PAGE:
Stella Maris is a home away from home

By Ella Gibson

Within the CBD is a refuge for an often-unseen group of people.

The Stella Maris centre, located at 600 Little Collins St, cares for the spiritual, social and material needs of seafaring individuals. The challenges that seafarers face while at sea often take a severe toll on their mental health, and experiencing severe loneliness, isolation and depression is common.

“They’re spending at least 80 per cent of their time on a ship at sea,” said Rom Kucera, who manages the centre.

“Quite often a seafarer might be grieving for a family member back home, they might be going through a difficult time themselves – depression and anxiety is something that they do live with,” Mr Kucera said.

At the centre, seafarers are provided with opportunities to contact their family and friends as well as use of the many facilities and services provided. Services include ship and hospital visitation, chapel, outdoor areas, telephones and international phone cards, WiFi, gift shop, milk bar, dance hall and accommodation.

In addition, the centre holds an abundance of information about the city itself. Buses are available from 11am, running throughout the day on demand until 10 at night.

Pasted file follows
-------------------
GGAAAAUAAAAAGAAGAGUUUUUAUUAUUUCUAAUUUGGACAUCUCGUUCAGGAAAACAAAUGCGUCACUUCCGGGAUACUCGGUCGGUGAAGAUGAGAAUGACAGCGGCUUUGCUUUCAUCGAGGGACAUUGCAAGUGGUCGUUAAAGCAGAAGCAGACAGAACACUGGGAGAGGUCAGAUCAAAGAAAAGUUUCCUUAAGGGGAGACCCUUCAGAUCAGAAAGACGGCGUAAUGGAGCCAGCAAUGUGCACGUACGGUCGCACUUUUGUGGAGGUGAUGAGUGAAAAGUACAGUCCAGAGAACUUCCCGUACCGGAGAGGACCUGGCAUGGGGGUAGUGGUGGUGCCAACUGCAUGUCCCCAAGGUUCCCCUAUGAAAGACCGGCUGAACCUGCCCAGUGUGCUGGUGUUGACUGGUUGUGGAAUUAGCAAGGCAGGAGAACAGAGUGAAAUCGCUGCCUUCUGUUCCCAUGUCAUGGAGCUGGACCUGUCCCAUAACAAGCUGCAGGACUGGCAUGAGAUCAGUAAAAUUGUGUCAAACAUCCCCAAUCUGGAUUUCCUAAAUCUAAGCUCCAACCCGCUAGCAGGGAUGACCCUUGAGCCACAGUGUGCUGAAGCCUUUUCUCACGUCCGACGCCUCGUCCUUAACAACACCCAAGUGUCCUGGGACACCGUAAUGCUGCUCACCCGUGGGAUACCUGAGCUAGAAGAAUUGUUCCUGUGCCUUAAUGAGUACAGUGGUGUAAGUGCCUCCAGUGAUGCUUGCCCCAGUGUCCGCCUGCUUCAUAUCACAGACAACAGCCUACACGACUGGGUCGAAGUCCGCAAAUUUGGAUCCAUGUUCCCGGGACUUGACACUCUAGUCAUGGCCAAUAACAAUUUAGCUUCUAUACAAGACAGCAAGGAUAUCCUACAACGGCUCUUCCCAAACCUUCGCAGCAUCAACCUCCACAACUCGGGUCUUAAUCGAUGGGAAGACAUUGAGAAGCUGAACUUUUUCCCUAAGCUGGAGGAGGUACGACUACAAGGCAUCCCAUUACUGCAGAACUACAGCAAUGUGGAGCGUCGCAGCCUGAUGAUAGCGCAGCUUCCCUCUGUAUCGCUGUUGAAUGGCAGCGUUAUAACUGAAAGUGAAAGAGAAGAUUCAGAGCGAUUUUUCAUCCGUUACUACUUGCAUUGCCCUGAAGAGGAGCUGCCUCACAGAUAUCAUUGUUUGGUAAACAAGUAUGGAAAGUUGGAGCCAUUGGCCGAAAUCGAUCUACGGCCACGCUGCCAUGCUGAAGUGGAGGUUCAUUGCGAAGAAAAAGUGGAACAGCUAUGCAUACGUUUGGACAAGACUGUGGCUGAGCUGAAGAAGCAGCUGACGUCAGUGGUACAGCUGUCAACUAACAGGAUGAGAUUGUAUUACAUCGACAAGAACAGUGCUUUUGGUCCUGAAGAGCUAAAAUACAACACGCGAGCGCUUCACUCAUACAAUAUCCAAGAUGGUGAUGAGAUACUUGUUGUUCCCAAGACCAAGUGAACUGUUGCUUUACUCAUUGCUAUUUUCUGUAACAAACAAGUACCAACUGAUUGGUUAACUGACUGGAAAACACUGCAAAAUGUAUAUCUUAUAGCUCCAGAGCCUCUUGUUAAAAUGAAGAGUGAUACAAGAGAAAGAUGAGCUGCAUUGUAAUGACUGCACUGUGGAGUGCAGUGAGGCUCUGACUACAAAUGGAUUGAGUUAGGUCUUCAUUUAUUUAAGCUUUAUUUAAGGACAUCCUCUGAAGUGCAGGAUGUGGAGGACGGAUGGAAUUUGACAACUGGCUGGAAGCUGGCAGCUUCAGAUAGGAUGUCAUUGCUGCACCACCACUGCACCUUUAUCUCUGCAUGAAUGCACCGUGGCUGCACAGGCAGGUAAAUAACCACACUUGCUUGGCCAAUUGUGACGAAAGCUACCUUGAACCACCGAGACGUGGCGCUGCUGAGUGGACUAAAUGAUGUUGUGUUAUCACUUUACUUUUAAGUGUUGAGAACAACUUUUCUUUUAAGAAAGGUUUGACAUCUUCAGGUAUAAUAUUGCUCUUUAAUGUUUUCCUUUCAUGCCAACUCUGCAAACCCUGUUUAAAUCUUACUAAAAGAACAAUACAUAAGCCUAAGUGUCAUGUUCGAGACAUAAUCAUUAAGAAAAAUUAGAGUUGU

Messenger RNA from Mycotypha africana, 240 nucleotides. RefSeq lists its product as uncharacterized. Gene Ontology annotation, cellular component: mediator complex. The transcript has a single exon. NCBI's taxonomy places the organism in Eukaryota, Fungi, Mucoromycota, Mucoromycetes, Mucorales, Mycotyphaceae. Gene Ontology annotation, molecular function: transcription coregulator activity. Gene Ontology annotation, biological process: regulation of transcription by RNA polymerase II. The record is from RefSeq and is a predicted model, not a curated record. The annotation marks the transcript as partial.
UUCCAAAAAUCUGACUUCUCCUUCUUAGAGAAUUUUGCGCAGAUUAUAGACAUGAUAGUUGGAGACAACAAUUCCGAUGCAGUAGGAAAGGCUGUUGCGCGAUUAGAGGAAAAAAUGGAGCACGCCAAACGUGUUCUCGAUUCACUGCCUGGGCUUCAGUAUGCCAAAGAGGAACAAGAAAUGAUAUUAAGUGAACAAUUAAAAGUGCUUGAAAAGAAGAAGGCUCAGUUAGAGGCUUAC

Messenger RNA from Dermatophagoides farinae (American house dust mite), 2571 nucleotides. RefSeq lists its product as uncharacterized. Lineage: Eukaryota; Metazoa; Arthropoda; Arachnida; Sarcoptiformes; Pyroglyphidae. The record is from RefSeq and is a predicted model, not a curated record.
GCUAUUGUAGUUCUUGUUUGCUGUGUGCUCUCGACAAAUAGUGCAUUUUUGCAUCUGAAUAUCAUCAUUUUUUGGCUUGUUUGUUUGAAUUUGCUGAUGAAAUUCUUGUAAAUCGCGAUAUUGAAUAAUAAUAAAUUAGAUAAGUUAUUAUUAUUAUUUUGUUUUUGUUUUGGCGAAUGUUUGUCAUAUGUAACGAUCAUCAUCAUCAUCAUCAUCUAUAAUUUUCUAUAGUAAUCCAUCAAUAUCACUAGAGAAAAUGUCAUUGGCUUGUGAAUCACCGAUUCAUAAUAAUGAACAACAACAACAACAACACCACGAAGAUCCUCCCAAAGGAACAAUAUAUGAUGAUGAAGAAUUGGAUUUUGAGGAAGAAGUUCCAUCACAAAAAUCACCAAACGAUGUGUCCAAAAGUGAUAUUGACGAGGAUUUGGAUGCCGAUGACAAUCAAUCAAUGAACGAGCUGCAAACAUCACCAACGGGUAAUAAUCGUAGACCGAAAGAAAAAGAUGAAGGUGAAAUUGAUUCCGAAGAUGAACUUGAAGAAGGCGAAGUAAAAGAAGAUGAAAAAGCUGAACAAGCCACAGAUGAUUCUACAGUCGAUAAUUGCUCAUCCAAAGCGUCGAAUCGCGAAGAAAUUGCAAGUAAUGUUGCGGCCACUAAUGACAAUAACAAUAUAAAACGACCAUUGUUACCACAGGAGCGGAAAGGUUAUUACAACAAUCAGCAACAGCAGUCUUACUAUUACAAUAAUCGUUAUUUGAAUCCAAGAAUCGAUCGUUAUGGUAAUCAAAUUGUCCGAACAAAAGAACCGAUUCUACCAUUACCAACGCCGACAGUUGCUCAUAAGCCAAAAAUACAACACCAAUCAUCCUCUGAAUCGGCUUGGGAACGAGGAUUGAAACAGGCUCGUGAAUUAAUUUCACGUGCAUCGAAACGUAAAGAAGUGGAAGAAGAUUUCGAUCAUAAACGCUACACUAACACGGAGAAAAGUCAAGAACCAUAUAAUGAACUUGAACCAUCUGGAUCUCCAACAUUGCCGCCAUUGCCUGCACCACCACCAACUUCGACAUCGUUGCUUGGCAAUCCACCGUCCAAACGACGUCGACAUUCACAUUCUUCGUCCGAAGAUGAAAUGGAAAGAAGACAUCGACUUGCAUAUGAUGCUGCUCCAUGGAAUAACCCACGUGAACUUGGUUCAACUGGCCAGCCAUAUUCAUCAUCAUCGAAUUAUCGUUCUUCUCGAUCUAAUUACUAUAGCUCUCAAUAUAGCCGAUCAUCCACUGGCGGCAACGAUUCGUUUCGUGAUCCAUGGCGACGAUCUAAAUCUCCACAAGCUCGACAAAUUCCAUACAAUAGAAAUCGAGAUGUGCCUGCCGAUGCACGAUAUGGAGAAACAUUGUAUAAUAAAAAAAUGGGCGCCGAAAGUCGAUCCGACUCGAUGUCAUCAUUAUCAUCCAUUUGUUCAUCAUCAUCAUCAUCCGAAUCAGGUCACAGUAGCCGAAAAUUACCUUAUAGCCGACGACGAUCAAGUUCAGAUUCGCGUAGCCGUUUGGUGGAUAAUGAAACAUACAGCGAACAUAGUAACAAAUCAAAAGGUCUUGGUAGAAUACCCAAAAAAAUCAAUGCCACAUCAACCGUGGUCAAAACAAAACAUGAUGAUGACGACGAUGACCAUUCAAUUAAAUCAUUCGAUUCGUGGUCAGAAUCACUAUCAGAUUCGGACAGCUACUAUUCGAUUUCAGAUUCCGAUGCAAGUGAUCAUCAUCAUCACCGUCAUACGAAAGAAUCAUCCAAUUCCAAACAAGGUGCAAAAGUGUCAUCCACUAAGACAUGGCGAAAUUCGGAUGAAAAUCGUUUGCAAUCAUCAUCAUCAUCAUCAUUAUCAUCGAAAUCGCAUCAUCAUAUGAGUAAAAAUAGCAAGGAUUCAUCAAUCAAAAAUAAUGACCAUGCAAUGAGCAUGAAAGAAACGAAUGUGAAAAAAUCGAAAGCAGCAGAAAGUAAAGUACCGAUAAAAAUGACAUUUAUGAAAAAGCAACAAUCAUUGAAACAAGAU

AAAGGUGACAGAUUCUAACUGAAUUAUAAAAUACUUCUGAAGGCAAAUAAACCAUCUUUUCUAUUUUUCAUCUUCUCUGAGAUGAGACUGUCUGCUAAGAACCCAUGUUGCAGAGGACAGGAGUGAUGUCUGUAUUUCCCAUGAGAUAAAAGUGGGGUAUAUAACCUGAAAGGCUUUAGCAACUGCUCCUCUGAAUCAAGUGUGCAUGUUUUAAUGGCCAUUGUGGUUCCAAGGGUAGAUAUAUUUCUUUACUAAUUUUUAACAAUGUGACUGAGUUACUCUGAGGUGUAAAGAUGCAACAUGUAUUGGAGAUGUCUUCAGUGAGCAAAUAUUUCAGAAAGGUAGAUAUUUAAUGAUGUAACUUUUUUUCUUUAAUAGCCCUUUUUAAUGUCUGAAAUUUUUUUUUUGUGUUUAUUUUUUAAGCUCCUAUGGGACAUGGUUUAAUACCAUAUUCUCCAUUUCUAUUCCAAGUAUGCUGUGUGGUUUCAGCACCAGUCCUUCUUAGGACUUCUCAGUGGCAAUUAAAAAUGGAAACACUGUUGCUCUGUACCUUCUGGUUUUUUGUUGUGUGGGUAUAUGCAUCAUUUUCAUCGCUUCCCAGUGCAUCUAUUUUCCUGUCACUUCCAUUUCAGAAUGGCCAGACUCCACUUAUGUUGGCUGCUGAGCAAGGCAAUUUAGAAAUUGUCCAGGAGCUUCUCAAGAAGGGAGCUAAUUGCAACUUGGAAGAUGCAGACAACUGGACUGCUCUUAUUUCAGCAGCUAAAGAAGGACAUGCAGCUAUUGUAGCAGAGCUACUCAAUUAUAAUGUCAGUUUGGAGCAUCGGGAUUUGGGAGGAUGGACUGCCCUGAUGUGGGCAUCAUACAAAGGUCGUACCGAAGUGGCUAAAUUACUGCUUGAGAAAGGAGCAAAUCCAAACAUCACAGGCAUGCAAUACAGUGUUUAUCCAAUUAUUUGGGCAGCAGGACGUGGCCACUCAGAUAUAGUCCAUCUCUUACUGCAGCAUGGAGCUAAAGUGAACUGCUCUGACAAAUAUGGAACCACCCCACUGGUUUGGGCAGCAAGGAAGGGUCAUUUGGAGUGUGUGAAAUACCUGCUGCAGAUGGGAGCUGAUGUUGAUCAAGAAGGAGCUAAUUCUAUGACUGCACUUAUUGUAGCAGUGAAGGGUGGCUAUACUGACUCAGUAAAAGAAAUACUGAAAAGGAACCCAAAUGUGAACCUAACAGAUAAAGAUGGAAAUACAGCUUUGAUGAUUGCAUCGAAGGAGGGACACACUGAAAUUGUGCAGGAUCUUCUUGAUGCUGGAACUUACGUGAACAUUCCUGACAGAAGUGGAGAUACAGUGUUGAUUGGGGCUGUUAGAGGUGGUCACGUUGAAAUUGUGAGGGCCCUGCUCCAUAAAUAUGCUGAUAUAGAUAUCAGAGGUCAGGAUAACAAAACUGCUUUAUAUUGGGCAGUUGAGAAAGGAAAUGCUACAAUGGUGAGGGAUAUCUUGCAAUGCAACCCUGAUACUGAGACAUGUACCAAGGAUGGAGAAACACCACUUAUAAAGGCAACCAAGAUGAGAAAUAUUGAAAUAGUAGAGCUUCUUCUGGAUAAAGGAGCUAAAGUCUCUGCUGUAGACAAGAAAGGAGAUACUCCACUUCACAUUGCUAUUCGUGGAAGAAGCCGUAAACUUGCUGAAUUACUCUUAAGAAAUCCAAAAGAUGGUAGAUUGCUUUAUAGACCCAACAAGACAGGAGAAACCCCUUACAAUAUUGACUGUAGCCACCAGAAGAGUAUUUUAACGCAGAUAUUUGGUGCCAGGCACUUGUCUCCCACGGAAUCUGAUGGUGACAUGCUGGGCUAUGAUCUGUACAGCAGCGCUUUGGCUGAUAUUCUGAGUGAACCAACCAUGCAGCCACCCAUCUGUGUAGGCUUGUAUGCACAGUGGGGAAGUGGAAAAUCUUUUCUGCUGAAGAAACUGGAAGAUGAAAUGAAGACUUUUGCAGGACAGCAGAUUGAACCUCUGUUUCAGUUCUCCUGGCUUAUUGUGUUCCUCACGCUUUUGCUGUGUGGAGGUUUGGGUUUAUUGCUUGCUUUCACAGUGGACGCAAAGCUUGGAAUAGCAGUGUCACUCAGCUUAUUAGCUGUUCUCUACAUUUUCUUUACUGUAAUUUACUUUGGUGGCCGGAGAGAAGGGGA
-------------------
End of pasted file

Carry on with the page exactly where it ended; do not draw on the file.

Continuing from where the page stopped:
“It’s really a bonus for those guys, to have a centre right in the heart of the city,” Mr Kucera said. “We’ve got a wonderful city to walk around and enjoy.”

The centre has about 24 volunteers who give their time fortnightly. They help out by serving at the shop or bar, driving buses, greeting the seafarers and familiarising them with the information and services available.

The care that they give ensures that relationships are built and often staff or volunteers will be in ongoing communication with seafarers. This means that return visits are emotional. “It’s like greeting an old friend that’s come to visit you,” Mr Kucera said.

Mr Kucera said he looked at the centre as an embassy for seafarers.

“I’d like Australians to know these places exist … so much of our goods come from overseas. It’s important that we look after the people that make that happen,” he said.

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